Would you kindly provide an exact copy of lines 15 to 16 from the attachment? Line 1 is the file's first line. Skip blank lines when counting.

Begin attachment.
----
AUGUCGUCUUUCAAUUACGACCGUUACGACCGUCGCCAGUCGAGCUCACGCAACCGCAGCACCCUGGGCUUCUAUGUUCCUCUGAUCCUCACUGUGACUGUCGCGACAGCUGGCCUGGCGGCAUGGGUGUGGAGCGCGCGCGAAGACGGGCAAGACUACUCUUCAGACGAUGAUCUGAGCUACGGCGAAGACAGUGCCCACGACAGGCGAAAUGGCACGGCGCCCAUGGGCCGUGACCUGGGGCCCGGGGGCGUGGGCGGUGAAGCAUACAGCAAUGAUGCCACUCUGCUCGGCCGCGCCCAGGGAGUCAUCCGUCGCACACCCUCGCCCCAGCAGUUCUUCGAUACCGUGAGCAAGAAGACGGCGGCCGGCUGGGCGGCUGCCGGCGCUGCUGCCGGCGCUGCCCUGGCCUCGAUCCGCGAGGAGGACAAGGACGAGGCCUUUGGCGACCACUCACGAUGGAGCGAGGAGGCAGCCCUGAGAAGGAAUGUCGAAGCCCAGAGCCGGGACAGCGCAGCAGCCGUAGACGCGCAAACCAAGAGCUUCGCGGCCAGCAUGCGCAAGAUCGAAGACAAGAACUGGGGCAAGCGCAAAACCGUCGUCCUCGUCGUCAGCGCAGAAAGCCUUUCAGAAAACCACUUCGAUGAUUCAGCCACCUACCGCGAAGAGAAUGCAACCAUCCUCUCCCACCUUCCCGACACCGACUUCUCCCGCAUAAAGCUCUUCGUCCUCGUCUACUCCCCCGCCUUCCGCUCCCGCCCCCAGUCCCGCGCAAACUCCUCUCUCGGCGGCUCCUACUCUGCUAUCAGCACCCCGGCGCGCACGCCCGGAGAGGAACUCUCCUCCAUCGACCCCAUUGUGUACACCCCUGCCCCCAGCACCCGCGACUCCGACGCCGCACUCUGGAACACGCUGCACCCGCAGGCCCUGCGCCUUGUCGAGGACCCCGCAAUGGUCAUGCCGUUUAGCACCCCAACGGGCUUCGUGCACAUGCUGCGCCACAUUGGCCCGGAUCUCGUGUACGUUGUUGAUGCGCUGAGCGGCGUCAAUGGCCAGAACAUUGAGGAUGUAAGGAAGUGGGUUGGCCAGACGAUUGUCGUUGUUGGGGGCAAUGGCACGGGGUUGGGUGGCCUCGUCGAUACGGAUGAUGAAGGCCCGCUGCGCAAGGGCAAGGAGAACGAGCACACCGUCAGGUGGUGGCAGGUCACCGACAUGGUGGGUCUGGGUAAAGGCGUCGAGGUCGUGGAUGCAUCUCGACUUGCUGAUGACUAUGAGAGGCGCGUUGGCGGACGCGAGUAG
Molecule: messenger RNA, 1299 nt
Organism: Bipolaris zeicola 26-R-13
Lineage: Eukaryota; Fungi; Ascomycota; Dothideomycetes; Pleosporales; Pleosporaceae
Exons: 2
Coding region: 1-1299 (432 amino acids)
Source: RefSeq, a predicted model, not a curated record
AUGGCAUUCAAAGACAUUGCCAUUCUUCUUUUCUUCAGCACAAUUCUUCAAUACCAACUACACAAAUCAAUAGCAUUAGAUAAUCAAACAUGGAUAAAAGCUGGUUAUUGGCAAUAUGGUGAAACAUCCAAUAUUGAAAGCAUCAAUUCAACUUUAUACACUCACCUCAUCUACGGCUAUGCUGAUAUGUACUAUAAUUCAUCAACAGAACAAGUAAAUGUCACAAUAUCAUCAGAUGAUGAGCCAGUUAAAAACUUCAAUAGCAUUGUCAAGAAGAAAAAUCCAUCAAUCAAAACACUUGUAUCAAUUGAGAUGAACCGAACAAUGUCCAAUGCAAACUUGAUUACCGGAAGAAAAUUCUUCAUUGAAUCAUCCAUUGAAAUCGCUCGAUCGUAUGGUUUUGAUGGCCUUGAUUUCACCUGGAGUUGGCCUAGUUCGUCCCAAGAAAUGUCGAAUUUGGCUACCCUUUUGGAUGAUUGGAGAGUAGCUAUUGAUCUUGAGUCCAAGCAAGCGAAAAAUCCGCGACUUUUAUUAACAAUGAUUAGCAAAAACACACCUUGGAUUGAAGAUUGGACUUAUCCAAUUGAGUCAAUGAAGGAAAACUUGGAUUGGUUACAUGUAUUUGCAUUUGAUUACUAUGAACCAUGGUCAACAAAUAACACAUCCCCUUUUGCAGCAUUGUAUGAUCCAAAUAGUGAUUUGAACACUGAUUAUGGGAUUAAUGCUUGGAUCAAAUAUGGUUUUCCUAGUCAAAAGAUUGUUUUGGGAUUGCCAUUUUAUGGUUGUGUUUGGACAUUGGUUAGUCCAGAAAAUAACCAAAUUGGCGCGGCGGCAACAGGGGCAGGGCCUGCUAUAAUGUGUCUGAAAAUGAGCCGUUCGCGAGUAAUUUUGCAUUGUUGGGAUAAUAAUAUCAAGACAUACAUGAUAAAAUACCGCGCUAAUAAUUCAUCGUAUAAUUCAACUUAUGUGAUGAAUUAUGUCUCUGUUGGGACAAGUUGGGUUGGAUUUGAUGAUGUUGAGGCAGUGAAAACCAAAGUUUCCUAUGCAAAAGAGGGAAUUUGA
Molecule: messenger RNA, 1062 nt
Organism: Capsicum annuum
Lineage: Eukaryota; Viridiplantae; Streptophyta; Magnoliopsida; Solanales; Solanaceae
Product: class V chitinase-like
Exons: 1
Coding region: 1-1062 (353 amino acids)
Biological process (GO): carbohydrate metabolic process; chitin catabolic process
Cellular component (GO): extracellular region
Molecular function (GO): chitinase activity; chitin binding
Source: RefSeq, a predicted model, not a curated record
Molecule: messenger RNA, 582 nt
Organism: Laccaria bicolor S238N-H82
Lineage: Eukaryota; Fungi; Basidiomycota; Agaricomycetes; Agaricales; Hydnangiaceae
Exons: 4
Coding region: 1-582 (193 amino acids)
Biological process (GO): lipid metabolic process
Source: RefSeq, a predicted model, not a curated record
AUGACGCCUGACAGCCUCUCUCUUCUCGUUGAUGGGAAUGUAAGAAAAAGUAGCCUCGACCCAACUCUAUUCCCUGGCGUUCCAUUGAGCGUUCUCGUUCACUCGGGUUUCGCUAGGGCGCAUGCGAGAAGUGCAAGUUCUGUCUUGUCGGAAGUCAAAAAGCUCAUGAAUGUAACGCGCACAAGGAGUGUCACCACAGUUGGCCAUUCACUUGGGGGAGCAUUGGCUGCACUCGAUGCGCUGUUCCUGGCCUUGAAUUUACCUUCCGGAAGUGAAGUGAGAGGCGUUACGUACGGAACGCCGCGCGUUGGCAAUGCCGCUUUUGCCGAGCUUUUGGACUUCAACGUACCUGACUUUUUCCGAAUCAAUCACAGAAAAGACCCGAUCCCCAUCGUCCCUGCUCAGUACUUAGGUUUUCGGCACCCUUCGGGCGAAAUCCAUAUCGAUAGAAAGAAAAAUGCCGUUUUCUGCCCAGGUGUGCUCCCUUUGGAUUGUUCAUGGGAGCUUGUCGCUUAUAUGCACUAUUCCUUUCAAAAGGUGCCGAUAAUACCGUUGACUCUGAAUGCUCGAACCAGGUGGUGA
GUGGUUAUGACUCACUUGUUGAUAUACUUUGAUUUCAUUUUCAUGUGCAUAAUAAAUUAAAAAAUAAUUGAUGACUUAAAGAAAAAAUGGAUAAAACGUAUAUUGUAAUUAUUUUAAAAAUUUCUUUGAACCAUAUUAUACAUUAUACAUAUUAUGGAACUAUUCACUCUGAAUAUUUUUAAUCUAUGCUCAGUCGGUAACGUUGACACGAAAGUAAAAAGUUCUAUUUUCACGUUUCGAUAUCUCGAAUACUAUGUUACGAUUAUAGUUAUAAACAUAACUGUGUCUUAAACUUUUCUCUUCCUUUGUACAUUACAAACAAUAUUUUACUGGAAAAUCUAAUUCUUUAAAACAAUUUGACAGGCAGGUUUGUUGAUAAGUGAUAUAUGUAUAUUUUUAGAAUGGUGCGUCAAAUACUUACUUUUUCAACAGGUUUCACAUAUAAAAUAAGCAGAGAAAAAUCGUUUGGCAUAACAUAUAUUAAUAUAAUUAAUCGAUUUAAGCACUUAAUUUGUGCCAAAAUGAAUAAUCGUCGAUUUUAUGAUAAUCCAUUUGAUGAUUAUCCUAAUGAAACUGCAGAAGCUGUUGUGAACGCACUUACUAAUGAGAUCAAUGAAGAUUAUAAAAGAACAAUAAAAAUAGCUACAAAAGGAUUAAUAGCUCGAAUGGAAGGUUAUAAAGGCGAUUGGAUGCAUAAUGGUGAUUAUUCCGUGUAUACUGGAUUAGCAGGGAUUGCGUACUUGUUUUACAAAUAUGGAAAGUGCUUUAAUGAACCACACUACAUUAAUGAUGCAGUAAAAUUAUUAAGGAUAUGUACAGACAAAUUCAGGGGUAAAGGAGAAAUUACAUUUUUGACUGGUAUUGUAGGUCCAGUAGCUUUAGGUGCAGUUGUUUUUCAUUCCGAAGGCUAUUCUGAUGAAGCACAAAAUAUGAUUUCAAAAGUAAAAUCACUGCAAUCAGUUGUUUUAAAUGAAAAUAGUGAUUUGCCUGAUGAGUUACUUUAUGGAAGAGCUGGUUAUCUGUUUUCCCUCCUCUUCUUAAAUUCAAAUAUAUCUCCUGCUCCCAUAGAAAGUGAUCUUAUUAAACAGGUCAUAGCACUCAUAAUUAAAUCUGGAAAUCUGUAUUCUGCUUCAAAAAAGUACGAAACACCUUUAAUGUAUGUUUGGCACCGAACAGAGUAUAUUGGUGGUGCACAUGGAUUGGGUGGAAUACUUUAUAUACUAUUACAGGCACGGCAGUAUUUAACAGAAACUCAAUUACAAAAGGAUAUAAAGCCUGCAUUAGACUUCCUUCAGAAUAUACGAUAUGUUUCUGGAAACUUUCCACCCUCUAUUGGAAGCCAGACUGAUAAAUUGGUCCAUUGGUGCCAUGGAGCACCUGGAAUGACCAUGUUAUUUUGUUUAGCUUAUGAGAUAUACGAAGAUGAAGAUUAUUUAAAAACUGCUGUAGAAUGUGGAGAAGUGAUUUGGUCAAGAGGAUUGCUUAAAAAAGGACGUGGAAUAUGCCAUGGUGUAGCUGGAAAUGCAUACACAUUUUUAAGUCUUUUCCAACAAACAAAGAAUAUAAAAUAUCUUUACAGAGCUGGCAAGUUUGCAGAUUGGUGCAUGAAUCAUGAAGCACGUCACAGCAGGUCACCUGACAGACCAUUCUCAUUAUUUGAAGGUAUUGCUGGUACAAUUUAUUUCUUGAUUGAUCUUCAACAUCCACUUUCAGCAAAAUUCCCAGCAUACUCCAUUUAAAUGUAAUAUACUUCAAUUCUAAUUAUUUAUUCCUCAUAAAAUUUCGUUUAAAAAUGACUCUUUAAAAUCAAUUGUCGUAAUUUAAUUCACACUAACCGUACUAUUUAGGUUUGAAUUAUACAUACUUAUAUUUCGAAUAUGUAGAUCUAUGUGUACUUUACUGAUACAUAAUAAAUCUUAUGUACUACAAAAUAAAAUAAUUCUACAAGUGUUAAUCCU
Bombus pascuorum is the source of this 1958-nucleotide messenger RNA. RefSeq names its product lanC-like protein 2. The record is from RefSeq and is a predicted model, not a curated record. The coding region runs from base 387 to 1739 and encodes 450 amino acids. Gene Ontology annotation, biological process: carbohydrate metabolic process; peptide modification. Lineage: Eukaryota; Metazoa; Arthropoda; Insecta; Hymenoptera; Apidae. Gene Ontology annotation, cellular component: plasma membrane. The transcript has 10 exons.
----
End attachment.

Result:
Biological process (GO): carbohydrate metabolic process; chitin catabolic process
Cellular component (GO): extracellular region